Mind Over Miller: Jobs Americans won't do?


In the May issue, I briefly told my mother's life story and related that my grandparents were immigrants. There is more to this story.

In the May issue, I briefly told my mother's life story and related that my grandparents were immigrants. There is more to this story: My grandfather left his 28-year-old wife and children and immigrated to the United States alone. For 12 years, he worked, sent money to his family, and saved pennies in order to bring them here. When the family finally came, my grandmother was 40. Together again in America, my grandparents had three more children, including my mother.

The United States has been a land of immigrants since before it became a nation. Now, however, many people enter the country illegally. While I am enormously sympathetic to these people, I worry our country cannot survive this deluge.

One argument that I keep hearing in support of illegal immigrants is that they do jobs Americans won't do. This idea outrages me, and I want to explain why: At 12 years old, during the Great Depression, I delivered groceries for 10¢ an hour. There were no supermarkets then, only mom-and-pop stores. During this same time, my father worked two jobs for 25¢ an hour.

When I was 14, I worked at a pet shop, mostly bathing dogs. During the summer of my 15th year, I worked for a dairy farm, hand milking cows, driving a draft team, walking behind a horse-drawn cultivator, and snaking logs out of the forest with workhorses. The next summer I worked 14-to-16-hour days for a larger cattle farm, earning $1 a day. Haying was hard work; there were no balers.

When I was 17, I cleaned cages and runs after school for a boarding kennel. On the weekends, I drove a horse-drawn wagon, collecting paper, rubber, and junk with my Boy Scout troop to help the war effort.

I enlisted in the Army at 18, and my duties as an infantryman included washing dishes, waiting tables in the Officers' Mess, and cleaning the latrine. After the war ended, I found myself in military government in occupied Germany as an unqualified, untrained 19-year-old Special Branch criminal and war crimes investigator. I even served as prosecutor for several court cases.

Home again at 20, I spent the summer of 1947 wrangling horses on the then-sprawling Irvine Ranch in southern California. I earned $80 a month. That fall I started classes at the University of Arizona College of Agriculture with a major in animal husbandry. I washed dishes in the school cafeteria between classes for four years. After school and on weekends, I drove an ice cream truck, cut brush for a surveyor, worked in the starting gate and assisted the veterinarian at Rillito Park Racetrack, delivered furniture, and was a kennel boy for Dr. Jay Shannon. In addition, I picked cotton, asparagus, and fruit; dug post holes; shoveled manure; unloaded bricks—a semi load for $10—and gardened for early subdivider John Sundt. What a relief it was when summer came and I could go cowboying, first in Arizona and later in the Rocky Mountains, for which I earned $100 a month!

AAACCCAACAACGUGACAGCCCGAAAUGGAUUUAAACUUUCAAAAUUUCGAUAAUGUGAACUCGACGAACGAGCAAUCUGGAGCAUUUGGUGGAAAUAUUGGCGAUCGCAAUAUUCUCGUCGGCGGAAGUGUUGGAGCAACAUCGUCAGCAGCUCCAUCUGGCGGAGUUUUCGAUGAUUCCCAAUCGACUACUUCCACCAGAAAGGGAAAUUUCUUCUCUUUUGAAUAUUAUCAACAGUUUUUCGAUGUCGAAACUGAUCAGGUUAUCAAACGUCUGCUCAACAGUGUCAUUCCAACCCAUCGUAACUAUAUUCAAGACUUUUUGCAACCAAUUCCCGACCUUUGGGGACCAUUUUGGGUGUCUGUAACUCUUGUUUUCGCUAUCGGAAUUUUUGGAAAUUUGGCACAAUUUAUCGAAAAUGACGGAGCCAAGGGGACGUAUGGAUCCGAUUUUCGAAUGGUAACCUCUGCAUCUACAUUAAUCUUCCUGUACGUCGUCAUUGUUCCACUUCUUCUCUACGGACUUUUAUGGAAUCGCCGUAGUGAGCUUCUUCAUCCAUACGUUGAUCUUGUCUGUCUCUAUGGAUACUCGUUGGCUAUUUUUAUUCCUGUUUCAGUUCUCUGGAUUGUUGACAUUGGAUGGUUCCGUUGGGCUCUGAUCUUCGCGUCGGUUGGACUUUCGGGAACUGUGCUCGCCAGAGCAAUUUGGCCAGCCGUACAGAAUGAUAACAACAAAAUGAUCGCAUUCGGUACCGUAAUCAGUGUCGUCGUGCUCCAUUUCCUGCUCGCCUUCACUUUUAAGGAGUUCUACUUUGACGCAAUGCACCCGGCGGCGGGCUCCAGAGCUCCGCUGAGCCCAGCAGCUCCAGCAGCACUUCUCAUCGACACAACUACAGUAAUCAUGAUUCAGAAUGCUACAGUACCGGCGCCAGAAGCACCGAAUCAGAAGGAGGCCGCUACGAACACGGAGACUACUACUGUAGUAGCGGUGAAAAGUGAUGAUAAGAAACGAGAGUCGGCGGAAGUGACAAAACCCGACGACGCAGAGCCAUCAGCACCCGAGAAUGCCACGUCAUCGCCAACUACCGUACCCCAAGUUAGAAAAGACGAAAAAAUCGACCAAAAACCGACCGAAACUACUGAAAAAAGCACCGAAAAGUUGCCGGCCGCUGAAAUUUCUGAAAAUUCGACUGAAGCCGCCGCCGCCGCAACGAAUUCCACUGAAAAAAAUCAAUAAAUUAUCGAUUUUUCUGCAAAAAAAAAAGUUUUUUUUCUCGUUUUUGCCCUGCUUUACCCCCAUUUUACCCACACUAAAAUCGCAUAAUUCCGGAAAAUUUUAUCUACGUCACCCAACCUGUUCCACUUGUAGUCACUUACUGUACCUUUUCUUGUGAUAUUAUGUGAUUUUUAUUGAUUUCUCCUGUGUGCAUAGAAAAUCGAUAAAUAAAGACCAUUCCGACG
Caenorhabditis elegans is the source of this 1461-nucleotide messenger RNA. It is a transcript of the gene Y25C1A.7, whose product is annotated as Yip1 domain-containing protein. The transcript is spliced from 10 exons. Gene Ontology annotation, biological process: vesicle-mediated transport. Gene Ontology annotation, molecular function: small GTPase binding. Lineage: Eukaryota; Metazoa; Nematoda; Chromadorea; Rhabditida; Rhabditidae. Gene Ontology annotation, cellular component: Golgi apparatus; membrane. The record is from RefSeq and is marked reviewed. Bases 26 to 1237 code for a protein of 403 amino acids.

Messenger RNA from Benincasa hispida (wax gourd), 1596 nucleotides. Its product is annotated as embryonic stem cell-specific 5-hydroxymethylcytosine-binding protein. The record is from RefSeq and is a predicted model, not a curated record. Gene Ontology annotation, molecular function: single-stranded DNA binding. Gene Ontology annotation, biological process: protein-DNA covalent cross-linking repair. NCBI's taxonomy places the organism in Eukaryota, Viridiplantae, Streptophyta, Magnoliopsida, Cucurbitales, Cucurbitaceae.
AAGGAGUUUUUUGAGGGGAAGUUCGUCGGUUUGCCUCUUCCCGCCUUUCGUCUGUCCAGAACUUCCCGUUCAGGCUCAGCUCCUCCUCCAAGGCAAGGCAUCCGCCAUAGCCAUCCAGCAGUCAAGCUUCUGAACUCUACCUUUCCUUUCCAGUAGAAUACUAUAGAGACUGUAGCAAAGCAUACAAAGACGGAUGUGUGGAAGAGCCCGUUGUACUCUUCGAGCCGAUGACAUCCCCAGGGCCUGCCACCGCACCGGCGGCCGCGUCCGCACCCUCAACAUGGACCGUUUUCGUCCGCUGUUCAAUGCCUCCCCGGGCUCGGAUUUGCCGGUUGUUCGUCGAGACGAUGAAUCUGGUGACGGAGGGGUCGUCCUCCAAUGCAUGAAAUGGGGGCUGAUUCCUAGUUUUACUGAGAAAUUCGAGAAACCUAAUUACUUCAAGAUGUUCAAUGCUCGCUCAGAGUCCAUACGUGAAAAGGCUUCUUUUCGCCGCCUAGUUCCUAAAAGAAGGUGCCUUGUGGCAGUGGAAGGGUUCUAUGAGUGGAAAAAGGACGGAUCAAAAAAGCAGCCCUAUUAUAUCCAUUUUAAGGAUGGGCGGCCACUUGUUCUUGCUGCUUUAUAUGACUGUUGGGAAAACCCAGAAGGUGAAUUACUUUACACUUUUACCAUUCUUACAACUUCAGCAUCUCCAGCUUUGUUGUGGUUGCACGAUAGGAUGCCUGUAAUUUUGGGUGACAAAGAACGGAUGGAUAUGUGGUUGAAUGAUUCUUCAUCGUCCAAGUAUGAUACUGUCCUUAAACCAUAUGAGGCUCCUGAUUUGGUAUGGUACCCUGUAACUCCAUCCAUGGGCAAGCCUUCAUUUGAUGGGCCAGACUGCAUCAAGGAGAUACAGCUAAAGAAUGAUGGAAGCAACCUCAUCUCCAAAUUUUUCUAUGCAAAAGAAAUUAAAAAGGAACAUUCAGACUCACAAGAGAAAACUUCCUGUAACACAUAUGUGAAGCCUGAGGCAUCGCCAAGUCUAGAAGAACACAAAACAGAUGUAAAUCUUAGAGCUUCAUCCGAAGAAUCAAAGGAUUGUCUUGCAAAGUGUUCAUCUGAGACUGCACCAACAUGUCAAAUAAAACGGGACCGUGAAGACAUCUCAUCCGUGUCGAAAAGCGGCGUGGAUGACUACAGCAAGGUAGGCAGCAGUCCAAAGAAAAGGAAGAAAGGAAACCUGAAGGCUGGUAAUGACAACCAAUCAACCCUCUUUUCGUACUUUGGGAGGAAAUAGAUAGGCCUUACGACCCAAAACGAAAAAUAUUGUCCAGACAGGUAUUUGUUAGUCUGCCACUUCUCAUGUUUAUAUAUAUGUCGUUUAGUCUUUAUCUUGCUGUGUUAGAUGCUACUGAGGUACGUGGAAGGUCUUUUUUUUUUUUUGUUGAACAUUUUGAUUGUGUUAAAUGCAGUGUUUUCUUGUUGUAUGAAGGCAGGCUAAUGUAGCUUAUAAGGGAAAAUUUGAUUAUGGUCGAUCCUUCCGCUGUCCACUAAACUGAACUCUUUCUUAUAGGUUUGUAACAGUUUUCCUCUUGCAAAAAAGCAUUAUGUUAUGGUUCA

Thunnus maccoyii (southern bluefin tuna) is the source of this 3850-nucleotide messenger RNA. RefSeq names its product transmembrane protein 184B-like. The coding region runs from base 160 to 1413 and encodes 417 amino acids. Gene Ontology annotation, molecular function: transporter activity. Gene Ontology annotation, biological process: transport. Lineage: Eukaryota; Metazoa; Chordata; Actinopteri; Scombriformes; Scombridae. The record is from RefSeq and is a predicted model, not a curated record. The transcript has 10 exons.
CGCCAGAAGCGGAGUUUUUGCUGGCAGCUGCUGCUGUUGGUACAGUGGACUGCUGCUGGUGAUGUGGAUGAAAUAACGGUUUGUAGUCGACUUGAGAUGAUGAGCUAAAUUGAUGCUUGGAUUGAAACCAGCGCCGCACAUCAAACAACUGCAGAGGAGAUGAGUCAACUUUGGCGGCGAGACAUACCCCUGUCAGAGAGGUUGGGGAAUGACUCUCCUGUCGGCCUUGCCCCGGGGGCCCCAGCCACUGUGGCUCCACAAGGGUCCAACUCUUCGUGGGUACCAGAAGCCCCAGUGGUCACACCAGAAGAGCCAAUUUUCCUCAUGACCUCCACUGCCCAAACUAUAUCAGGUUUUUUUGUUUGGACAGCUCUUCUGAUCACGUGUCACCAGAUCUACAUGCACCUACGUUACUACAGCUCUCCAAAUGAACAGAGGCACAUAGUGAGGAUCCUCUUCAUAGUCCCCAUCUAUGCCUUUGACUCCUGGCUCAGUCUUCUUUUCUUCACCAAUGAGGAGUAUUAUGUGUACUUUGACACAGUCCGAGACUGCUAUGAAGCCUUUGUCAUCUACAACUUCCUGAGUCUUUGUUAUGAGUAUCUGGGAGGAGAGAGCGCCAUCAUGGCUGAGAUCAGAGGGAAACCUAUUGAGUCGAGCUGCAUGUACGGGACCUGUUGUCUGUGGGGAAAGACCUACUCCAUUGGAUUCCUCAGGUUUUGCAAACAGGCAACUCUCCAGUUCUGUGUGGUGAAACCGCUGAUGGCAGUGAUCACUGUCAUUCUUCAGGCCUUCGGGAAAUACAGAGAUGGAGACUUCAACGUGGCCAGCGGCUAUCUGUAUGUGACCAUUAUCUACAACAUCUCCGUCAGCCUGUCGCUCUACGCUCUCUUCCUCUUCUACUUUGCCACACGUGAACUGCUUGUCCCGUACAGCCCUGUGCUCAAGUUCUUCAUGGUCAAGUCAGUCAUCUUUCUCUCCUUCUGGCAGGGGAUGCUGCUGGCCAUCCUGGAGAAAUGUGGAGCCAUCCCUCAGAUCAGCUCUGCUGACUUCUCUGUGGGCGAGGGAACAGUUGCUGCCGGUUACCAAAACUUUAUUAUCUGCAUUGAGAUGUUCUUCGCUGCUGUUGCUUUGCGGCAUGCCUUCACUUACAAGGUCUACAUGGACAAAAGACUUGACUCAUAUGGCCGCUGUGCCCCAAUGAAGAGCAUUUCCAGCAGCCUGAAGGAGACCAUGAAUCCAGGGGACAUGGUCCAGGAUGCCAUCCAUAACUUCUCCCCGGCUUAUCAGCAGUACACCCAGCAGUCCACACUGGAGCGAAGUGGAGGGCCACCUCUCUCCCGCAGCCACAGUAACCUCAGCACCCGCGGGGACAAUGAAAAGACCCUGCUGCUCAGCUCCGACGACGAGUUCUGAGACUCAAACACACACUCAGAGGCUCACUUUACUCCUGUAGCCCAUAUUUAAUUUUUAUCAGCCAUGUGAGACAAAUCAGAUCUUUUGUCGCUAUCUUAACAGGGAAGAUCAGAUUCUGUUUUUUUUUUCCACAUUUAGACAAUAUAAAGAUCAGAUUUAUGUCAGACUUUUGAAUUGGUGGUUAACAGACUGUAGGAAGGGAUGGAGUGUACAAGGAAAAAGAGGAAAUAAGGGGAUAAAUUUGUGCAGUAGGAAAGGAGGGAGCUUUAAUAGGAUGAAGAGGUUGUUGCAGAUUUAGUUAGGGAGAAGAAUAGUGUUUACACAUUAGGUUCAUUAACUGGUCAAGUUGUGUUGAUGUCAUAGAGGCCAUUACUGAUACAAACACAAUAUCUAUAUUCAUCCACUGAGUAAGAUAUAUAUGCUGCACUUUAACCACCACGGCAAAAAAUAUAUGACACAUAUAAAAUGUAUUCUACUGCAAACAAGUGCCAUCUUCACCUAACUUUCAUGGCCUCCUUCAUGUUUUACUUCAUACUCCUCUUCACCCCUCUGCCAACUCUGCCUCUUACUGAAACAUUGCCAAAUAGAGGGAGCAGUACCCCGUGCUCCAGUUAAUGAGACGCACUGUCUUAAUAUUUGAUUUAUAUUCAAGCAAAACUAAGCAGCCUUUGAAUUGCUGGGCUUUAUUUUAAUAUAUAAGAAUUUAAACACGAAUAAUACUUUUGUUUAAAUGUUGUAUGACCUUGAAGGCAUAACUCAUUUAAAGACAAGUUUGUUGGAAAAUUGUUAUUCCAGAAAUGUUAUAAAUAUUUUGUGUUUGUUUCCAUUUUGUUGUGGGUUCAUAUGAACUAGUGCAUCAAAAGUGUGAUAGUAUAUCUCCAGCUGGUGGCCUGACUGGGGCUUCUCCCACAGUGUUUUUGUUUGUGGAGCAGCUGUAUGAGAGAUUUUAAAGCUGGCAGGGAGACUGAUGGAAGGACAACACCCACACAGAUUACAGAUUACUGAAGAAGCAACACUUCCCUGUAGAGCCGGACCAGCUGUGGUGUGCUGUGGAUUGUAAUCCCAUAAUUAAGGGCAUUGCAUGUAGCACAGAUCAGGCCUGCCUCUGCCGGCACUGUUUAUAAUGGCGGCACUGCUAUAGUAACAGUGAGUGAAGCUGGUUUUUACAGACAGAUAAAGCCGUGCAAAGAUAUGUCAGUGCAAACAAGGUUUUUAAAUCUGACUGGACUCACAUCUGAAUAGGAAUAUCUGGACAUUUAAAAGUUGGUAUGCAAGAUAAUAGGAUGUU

Sitting on the stoop of a bunkhouse that was my home during one of my cowboying summers. A sheep wagon is parked next to it.

At 25, I had a bachelor's degree but still could not get into veterinary school. The competition from the thousands of veterans was fierce, and I was an average student. So I moved to Colorado, established residence, spent another summer cowboying, and then went to work for the Denver Public Health Veterinarian, Dr. Robert Anderson, for $195 a month. For 11 months, I was a rabies control officer—that's a dogcatcher. I learned a lot!

In 1952, I was finally admitted to the veterinary school at Colorado A&M (now Colorado State University). I started drawing cartoons for livestock and horse publications, earning $3 to $5 a cartoon—a windfall to a student on the GI Bill with a living allowance of $75 a month. I spent my summers as a veterinary student on Colorado ranches cowboying and starting colts for $5 a day. Those summers kept me sane.

Finally, at age 29, I graduated from veterinary school, got married, and started practice—first as an associate veterinarian and eventually in my own practice. In 1961, for the first time, I earned a net income exceeding $400 a month. I was 34 years old.

So what kind of work is it that Americans won't do?

Robert M. Miller, DVM, is an author and a cartoonist, speaker, and Veterinary Medicine Practitioner Advisory Board member from Thousand Oaks, Calif. His thoughts in "Mind Over Miller" are drawn from 32 years as a mixed-animal practitioner. Visit his Web site at www.robertmmiller.com

Dr. Robert M. Miller

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